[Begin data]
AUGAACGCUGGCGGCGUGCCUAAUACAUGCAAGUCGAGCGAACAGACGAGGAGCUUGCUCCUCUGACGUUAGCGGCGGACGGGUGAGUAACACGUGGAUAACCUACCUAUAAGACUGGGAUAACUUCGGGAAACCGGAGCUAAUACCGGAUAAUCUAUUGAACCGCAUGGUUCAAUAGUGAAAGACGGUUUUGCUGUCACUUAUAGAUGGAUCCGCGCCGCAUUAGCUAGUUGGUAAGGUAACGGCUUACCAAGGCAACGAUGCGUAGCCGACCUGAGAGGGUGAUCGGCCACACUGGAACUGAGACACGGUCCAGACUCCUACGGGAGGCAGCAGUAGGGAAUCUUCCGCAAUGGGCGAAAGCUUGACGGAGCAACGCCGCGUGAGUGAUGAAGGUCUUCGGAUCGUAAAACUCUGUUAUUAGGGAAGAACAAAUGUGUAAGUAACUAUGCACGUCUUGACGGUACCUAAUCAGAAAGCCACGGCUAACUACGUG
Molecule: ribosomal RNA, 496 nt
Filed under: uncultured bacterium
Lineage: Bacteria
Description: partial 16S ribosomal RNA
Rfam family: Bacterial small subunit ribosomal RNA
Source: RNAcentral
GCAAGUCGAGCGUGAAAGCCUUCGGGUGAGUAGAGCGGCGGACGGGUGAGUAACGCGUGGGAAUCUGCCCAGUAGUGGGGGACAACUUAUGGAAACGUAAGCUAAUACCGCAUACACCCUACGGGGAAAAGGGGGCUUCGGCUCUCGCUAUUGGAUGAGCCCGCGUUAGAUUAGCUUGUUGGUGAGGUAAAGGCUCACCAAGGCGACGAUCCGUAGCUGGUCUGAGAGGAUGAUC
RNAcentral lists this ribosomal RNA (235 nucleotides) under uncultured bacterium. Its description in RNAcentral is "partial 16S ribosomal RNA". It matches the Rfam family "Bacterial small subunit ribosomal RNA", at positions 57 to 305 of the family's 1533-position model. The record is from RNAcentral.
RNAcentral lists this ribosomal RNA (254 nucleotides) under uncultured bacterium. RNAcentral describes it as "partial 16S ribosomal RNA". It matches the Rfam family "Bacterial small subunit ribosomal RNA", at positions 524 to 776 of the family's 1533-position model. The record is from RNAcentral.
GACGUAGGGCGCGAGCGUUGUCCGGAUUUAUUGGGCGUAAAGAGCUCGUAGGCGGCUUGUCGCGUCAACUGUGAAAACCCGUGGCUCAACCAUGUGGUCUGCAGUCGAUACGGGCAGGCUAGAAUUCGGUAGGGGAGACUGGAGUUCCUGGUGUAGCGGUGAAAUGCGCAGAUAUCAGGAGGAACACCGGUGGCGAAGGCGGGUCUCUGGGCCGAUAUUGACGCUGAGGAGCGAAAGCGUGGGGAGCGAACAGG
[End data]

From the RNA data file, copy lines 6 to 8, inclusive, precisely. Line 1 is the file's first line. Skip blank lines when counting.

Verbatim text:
Rfam family: Bacterial small subunit ribosomal RNA
Source: RNAcentral
GCAAGUCGAGCGUGAAAGCCUUCGGGUGAGUAGAGCGGCGGACGGGUGAGUAACGCGUGGGAAUCUGCCCAGUAGUGGGGGACAACUUAUGGAAACGUAAGCUAAUACCGCAUACACCCUACGGGGAAAAGGGGGCUUCGGCUCUCGCUAUUGGAUGAGCCCGCGUUAGAUUAGCUUGUUGGUGAGGUAAAGGCUCACCAAGGCGACGAUCCGUAGCUGGUCUGAGAGGAUGAUC